2. Just want to make you aware of a couple national studies my organization, the National Association of College Stores conducted this past fall. One about the incredible growth of textbook rental programs:
    AND one about the lack of enthusiasm for e-books and e-readers among college students:
    — Sincerely, Charles Schmidt
    NACS Dir. of PR

  3. Katina Strauch April 15, 2011 at 3:33 am -

    I have four textbook anecdotes. First one. I was working on the Reference desk when a young student asked for a book (a critical discussion of a famous author) which was in the online catalog. We had it in electronic form only. She insisted that she wanted the print book and asked me if I could locate a print copy. I discovered that one of our local libraries did indeed have the book in print form but it was twenty miles away. Well, this young student who looked like she would rather be out dancing than searching for a print book, set off twenty miles to check out that book.

    Second anecdote. A young, fresh-faced enthusiastic student (sophomore) at the College of Charleston somehow found my office up on the second floor of the Addlestone Library. It was nearly 5 o’clock and I was thinking of leaving. Anyway, he was looking for a print book which the online catalog said was being processed in technical services. He said he desperately needed the book for a paper he was writing that was due in a two days. So, I looked in the online catalog myself and discovered that we also had an eBook version of the very same book. I told him he was in luck. He could see the book now, online. He said, “I know, but I want the real book.” To make a long story even longer, we found the print book in processing and the student went away happy. The book (transportation was the subject) he wanted was a quasi-textbook if you know what I mean.

    And third anecdote. A young man was complaining about his heavy bookbag. “Man, I want all this stuff to be electronic so I don’t have to carry all this heavy stuff around.” Good point.

    Fourth anecdote. A psychology professor on our campus was very enthusiastic. She agreed to let a publisher use her class as an experiment with a different type of textbook — a looseleaf binder that students could remove and file pages in at will. She thought this was a grand idea and so did the students. At least initially. But it didn’t work out because pages went missing and content was lost.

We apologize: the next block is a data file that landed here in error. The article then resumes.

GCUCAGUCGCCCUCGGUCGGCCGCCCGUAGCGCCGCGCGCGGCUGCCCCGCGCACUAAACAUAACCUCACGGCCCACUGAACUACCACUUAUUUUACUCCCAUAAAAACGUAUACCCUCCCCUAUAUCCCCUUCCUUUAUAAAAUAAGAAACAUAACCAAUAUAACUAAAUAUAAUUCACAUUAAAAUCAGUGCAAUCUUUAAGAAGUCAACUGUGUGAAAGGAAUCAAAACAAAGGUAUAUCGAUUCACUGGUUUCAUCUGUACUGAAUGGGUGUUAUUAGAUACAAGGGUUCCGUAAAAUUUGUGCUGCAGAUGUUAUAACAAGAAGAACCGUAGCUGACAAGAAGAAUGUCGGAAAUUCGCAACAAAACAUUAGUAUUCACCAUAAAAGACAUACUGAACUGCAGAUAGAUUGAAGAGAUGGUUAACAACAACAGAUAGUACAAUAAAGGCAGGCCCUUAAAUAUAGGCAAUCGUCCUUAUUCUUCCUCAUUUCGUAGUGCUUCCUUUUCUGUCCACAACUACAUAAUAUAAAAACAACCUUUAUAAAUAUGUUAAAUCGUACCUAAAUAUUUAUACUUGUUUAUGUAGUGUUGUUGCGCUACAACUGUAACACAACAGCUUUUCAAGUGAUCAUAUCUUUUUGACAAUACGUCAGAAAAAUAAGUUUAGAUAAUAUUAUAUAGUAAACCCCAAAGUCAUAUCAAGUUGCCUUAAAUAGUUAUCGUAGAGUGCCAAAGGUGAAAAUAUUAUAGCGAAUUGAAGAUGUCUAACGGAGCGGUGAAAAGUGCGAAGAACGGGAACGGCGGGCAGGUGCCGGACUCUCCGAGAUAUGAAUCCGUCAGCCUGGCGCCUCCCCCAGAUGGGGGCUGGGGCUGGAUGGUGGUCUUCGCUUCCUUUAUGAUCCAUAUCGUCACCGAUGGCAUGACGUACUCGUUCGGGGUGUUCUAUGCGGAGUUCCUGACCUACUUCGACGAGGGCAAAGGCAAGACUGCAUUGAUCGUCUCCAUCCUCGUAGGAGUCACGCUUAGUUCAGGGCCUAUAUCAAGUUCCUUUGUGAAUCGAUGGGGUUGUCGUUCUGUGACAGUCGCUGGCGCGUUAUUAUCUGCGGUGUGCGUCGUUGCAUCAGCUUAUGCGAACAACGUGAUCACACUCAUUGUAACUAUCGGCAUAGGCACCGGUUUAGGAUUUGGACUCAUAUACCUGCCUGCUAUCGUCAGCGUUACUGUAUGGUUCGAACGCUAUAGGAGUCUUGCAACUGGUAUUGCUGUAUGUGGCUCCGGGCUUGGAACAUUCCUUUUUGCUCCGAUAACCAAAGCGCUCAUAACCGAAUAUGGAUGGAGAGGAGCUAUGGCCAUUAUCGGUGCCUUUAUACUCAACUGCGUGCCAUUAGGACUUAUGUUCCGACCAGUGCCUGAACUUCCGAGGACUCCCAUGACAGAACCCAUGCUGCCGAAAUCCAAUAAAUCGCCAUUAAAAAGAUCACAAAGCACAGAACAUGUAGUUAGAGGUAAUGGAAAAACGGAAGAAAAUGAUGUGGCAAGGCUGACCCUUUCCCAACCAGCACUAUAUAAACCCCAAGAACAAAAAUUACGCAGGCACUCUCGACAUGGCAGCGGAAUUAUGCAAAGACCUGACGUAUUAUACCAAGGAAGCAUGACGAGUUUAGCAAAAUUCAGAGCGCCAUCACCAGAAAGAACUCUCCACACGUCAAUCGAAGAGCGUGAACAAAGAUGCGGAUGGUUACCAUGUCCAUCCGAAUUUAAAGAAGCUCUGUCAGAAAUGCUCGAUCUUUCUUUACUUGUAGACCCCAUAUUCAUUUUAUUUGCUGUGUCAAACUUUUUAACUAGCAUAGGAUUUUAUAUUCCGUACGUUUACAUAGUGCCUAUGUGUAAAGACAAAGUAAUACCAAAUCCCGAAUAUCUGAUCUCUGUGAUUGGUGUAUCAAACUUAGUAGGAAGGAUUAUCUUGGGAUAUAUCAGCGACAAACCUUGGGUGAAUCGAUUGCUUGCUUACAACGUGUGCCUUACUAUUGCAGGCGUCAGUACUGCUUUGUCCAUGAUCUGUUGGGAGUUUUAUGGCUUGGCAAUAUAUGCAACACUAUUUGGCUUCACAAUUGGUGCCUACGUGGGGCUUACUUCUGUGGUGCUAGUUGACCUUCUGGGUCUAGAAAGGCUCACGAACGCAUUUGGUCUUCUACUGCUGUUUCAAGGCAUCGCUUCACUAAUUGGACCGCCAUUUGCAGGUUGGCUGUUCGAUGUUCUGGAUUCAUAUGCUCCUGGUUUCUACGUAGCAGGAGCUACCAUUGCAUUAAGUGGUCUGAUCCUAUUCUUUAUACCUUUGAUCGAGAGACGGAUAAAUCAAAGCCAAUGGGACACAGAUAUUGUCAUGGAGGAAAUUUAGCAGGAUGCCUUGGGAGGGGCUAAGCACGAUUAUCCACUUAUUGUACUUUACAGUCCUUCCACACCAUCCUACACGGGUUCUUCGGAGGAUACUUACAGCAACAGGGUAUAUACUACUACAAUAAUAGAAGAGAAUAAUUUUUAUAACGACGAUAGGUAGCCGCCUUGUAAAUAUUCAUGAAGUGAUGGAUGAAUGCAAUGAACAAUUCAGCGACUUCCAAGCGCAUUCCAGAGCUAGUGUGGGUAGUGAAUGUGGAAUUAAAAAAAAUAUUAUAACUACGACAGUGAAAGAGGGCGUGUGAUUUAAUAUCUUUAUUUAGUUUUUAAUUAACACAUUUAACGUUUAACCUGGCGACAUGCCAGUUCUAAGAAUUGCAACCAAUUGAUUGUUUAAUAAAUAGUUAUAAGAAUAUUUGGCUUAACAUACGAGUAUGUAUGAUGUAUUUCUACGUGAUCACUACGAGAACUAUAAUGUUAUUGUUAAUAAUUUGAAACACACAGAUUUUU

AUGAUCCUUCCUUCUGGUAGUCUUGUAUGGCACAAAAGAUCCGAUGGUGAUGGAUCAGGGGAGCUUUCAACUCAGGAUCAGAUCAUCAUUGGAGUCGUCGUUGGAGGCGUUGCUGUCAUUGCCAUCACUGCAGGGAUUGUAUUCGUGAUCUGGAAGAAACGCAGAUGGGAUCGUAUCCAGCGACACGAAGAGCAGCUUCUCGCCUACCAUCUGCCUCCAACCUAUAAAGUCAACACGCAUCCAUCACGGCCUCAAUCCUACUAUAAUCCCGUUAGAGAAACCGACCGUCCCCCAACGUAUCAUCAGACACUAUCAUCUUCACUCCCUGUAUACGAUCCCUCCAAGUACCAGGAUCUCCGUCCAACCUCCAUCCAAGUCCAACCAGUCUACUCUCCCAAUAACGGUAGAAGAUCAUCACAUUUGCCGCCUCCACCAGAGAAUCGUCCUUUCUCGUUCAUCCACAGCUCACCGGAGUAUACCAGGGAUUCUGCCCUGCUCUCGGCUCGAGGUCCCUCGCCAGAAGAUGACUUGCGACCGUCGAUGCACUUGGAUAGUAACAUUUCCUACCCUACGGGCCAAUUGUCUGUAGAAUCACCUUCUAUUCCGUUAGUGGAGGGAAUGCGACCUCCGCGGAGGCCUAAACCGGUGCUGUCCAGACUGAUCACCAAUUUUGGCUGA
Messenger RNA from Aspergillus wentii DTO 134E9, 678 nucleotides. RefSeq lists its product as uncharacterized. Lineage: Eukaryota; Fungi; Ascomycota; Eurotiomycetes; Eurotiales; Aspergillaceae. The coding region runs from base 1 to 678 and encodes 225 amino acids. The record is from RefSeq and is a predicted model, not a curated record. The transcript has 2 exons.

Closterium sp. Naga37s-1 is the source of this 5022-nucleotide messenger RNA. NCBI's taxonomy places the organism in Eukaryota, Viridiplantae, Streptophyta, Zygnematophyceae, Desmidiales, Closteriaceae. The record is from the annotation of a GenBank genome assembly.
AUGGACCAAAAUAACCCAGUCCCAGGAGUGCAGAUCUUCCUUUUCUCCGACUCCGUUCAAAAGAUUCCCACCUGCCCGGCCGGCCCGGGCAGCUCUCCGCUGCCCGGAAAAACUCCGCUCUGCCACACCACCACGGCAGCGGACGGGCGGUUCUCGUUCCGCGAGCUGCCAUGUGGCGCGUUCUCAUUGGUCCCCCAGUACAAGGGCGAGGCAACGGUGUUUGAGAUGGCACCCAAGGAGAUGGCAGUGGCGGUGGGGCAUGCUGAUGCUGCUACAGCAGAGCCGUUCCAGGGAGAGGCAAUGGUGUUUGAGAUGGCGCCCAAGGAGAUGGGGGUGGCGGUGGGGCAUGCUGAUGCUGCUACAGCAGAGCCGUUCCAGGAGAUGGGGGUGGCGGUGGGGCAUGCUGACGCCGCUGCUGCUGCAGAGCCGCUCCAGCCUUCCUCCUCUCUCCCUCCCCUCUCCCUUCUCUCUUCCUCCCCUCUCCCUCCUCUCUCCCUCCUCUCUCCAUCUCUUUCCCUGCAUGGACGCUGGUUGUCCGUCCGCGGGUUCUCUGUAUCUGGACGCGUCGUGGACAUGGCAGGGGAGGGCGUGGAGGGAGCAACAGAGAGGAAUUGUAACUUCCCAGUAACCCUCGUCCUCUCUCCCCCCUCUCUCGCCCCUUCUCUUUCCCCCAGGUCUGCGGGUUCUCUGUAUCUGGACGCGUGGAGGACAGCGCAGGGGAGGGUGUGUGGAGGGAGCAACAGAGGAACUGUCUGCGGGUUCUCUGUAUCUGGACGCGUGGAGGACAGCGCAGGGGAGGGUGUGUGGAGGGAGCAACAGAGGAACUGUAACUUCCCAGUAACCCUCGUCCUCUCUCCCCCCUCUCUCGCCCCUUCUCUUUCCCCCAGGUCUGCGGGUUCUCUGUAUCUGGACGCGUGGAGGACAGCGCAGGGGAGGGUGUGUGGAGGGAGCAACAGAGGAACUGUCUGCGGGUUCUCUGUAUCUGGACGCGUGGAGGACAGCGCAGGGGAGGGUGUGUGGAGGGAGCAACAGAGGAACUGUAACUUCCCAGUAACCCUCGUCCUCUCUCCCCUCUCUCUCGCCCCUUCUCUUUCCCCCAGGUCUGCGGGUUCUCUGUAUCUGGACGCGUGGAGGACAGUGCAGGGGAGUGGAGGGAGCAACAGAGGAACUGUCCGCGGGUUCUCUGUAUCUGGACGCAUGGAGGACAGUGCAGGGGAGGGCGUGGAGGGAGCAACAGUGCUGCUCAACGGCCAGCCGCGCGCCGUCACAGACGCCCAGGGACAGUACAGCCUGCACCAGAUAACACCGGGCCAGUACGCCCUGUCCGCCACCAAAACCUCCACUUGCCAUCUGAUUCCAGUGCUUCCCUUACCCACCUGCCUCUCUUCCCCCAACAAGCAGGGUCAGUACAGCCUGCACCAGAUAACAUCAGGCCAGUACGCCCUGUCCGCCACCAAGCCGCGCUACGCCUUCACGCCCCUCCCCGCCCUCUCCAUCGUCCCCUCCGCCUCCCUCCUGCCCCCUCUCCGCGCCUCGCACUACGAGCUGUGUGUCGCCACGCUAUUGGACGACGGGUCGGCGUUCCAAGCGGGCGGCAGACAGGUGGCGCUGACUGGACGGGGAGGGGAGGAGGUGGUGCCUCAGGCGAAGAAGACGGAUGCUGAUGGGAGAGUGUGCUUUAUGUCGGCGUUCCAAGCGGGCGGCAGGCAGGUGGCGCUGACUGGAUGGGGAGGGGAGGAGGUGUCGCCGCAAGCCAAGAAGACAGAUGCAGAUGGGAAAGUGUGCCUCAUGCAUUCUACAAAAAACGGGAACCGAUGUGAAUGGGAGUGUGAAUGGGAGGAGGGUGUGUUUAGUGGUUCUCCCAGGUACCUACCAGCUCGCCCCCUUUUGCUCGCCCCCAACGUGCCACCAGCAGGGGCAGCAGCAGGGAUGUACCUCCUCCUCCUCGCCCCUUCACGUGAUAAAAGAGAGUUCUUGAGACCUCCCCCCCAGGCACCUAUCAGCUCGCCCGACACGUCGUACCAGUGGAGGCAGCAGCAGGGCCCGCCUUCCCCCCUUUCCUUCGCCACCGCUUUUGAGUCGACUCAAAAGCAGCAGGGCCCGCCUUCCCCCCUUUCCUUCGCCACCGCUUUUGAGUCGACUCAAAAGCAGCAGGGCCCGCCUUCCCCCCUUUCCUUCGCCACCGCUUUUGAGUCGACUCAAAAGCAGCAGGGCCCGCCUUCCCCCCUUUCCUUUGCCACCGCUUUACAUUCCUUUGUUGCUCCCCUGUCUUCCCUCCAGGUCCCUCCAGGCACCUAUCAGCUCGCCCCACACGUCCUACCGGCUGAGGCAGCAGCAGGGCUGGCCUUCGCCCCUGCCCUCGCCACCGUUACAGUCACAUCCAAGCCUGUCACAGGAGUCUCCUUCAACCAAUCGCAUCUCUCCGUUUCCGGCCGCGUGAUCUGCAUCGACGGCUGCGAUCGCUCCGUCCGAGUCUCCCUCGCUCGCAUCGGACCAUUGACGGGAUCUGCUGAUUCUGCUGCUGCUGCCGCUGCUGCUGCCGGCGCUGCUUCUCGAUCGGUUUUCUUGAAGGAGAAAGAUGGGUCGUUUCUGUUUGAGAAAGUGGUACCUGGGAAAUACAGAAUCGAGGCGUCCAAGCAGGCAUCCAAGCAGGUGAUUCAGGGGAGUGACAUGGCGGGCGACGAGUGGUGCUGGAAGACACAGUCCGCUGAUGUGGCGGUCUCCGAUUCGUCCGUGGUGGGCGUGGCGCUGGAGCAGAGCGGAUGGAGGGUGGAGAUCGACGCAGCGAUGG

I am still collecting anecdotes.

  4. Dennis Brunning April 19, 2011 at 9:35 pm -

    We should all collect anecdotes—it’s our contribution to evidence based research. Here are mine.

    Primum fabella: a big publisher focused group a bunch of us on how to sell e textbooks through the library. Not one of the almost eight librarians bought this approach. We’d just add this expense? We’d become the bookstore?

    Secundum fabella: observe the modern elementary school student burdened with book bag, those gunnysacks of learning that assure orthopedic surgeons of business well into the next century. Sure, the kiddos would be served by e versions; takes a load off the fanny and maybe improves learning. On the other hand, they don’t have to trek far—Moms, Dads, and grandparents await in Escalades just a few feet away…

    Fabella tertia: I sympathize with the “real book” conundrum. You can’t arrange key textbooks on your office or home shelves as knowledge display. How do you claim you’ve studied when it is just pixels?

    Ultima fabella: I’m ready, with any takers, to author a print and e textbook about all of this. Others can be paid to review; you, my co-author, will retire to the Southwest with the royalties which we’ll deposit electronically, of course!

    Latin translations courtesy of Google…